A Key to Improvement: The Recovery Day

It is important to remember to utilize the principles of workout and recovery in every workout routine.

Physical senses do not always accurately reflect what is happening to your body on the cellular level. This explains why many athletes share a common misperception of exercise: the idea that it builds your body up. This attitude may be common partly because the body releases endorphins (essentially natural pleasure-inducing opiates) during and typically at the end of heavy exertion. In reality, muscle cells are actually torn apart by exercise, but the body releases endorphins as a natural incentive and to protect the individual from the resulting pain of this tearing. The building up actually occurs in the recovery phase of exercise, when the body assimilates vitamins, minerals, and amino acids and other nutrients obtained from your diet in order to replenish cells and improve the strength or endurance of your body. This highlights the importance of a healthy diet and helps to explain why basic training cadets are rarely placed on "diets": exercise requires replenishment.

When I ran for the Cross Country team at North Georgia College and State University, we started our running in the classroom, where we were taught the principle of hard workouts followed by vital recovery days. The figure below is identical to what was drawn by athletic training coaches at my college to illustrate this point to the athletes. The line indicates the body's level of physical shape or fitness. The long horizontal line indicates the body's base fitness level before starting a workout regimen. Each A represents a workout, each B represents the body's condition after the workout, and each C represents the condition that the body improves to through recovery.

See how the general path of the line is upward? This represents a positive relationship, but it is important to recognize that the positive relationship is only between physical shape and an exercise regimen accompanied by recovery. The body is amazingly elastic and can put up with a great deal of punishment, but over time, continued heavy workouts without breaks will break the body's performance level. As the chart indicates, a workout results in the immediate degradation of the body followed by the eventual improvement if recovery methods are implemented properly.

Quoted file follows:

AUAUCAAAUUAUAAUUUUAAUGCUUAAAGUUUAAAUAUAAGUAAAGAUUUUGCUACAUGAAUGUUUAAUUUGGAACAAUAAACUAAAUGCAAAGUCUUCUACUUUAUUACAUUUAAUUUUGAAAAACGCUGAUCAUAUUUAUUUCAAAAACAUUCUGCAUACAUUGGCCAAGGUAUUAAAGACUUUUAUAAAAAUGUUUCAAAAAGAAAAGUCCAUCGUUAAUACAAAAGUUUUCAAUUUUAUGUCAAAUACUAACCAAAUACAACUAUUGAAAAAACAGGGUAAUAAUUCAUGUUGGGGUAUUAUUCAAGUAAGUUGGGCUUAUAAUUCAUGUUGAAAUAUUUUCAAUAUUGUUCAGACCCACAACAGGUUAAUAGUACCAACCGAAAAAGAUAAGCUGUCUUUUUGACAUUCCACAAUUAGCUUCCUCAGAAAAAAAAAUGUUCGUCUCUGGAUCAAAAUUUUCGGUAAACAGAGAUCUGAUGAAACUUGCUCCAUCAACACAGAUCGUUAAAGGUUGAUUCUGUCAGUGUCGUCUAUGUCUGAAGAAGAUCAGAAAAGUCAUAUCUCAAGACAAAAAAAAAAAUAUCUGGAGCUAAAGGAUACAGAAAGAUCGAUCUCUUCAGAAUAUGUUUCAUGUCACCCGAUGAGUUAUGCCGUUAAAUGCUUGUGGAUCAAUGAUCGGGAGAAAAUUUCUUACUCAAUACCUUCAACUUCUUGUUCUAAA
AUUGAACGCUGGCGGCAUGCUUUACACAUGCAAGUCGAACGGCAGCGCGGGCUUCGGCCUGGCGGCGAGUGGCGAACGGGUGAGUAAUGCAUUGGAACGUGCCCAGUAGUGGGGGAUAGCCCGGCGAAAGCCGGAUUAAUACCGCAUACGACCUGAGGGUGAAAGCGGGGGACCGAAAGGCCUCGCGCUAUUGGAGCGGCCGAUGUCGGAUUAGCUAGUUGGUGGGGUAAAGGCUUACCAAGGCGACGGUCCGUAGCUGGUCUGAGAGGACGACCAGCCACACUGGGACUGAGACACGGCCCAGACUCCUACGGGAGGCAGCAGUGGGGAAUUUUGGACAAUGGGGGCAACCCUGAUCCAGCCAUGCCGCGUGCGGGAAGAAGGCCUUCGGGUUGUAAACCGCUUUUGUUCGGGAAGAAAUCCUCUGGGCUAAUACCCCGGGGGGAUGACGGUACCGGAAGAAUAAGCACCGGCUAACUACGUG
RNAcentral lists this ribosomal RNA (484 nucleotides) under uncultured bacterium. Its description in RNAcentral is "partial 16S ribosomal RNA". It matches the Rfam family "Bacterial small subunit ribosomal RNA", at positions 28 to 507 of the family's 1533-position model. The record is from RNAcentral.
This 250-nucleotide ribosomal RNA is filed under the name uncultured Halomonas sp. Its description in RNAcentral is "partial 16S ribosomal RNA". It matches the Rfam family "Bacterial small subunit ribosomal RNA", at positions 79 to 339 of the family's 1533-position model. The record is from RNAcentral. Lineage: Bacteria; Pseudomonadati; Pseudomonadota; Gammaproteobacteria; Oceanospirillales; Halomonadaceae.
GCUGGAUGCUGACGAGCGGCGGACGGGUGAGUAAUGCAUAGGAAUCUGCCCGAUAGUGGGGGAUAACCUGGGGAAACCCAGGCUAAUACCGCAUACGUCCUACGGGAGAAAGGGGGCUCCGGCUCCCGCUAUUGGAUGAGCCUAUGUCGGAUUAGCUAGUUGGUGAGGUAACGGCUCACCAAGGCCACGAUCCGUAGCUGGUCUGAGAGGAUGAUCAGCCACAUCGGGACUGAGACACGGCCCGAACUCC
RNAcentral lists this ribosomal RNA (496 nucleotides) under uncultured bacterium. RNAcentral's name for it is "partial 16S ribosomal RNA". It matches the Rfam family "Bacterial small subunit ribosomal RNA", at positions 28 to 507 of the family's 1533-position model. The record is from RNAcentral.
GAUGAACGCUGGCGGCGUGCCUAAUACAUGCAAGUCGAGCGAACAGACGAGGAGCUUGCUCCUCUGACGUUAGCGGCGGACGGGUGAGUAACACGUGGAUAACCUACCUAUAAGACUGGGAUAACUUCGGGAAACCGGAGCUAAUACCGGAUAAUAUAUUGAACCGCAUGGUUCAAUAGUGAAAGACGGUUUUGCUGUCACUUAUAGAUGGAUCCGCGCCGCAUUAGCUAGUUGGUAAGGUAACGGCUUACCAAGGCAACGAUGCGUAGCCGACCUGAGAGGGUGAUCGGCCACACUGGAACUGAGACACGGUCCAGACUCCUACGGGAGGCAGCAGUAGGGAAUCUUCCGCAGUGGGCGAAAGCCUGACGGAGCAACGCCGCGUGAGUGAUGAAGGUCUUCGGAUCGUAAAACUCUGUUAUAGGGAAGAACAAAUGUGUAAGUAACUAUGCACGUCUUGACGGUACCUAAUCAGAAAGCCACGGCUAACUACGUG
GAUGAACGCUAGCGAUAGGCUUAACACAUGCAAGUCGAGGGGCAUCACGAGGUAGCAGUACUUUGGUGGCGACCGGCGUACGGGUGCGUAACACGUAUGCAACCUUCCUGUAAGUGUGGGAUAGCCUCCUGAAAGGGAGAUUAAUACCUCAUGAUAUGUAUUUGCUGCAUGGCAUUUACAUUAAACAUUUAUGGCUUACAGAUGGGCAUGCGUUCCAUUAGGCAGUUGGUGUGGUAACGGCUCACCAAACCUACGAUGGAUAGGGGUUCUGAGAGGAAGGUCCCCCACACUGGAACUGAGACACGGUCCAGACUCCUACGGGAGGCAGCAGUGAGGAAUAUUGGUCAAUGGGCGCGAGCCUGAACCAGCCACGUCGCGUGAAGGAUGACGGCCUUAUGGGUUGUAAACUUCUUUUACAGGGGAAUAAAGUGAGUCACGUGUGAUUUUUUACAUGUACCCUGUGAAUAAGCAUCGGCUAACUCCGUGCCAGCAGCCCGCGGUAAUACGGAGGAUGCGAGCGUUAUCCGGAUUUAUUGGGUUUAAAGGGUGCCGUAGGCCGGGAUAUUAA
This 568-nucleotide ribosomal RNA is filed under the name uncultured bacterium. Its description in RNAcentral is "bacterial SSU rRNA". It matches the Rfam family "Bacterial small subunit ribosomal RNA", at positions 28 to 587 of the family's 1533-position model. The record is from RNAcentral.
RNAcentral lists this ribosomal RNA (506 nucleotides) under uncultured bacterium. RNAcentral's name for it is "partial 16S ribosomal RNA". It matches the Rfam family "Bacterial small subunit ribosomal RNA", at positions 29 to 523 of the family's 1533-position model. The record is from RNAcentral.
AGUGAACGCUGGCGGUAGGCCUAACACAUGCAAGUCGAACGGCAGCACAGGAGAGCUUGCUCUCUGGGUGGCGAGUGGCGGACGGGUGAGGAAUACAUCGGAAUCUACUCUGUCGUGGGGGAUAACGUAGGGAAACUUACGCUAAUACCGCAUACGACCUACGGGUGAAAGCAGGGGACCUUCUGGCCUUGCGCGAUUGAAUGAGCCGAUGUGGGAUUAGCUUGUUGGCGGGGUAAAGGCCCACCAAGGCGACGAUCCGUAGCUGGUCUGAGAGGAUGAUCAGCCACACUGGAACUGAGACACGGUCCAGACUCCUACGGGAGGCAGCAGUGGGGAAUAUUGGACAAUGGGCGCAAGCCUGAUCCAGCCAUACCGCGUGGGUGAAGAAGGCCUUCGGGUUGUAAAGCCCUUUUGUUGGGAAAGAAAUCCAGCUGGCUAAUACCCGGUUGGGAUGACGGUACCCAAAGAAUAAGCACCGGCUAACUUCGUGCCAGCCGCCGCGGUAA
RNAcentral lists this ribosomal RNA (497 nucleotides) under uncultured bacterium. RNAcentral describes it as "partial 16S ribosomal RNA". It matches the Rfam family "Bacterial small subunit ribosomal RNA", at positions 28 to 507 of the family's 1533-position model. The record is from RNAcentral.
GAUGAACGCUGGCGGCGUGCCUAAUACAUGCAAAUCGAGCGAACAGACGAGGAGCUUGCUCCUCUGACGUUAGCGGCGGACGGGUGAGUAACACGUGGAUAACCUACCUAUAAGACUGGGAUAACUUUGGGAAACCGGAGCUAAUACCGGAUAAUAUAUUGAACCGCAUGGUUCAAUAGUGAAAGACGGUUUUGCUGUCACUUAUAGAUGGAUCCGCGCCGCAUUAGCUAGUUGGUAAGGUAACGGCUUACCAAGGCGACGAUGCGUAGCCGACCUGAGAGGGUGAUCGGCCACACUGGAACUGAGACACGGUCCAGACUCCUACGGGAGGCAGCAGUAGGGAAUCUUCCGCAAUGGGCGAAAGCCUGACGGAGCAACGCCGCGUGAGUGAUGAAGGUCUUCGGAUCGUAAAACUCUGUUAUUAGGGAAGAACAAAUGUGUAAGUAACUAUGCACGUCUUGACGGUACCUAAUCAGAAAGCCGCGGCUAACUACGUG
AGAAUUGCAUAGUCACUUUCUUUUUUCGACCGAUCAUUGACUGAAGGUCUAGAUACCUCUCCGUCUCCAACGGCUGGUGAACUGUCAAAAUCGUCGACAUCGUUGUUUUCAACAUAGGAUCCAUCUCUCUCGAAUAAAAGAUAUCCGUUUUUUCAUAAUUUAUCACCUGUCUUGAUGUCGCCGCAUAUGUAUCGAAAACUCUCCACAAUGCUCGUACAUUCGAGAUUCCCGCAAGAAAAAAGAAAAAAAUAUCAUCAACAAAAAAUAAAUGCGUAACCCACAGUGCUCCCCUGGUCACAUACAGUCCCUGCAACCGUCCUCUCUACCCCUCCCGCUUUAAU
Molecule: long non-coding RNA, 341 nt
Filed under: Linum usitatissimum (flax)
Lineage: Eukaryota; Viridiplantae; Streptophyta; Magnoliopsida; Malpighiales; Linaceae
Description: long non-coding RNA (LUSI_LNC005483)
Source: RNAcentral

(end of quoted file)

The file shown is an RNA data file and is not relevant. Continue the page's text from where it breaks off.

Every method of exercise and sport follows this formula. In fact, athletes that use performance-enhancing drugs to gain an unfair competitive advantage are following the theory of exercise and then recovery, and using banned substances to shorten the time it takes the body to recover and increase the amount of improvement gained from a single cycle.

How, then, should an individual tailor a workout routine in order to avoid over-training? Since I learned the principle from running, I will utilize running examples, but it can apply to any form of exercise. Runners should build up miles slowly instead of jumping into a hard routine. Runners should also find at least one day per week where they either do nothing at all, run slowly for a short period of time, or rest by doing an alternative form of exercise such as biking or swimming (without too much effort). Active recovery involves using an alternative form of exercise, while inactive recovery means exactly what it says. Adding massages or ice baths to recovery days also helps to remove the buildup of painful lactic acids and improve nagging pains.

I have seen a few fellow runners in my career fail to rest properly. How can you know if you are not resting sufficiently? The signs are relatively easy to spot. First, you may notice your body becoming more tired than usual. Your performance may stagnate, refuse to improve, and even worsen over time (I have had this happen to me personally). You may also begin to sustain small injuries repeatedly. It is important to pay attention to the condition of your body. If something does not feel right, rest can only benefit you.

Athletic performance is just as vitally linked to the condition and attitude of the mind as it is to the body. Depression may worsen athletic recovery, as may a perpetually bad attitude. Some other tips for keeping your workouts out of the over-training rut include changing shoes frequently (and alternating pairs on a day-to-day basis if you maintain more than one pair of shoes), alternating terrain, and mixing up training cycles to change the pattern and make your body adjust. Routines are not a bad thing, but you must watch closely to ensure that your body is responding properly to training. Above all else, remember to stretch adequately and make SLOW changes when modifying a workout, or you will risk injury and over-training.

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Val Mills
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Dustin LaBarge
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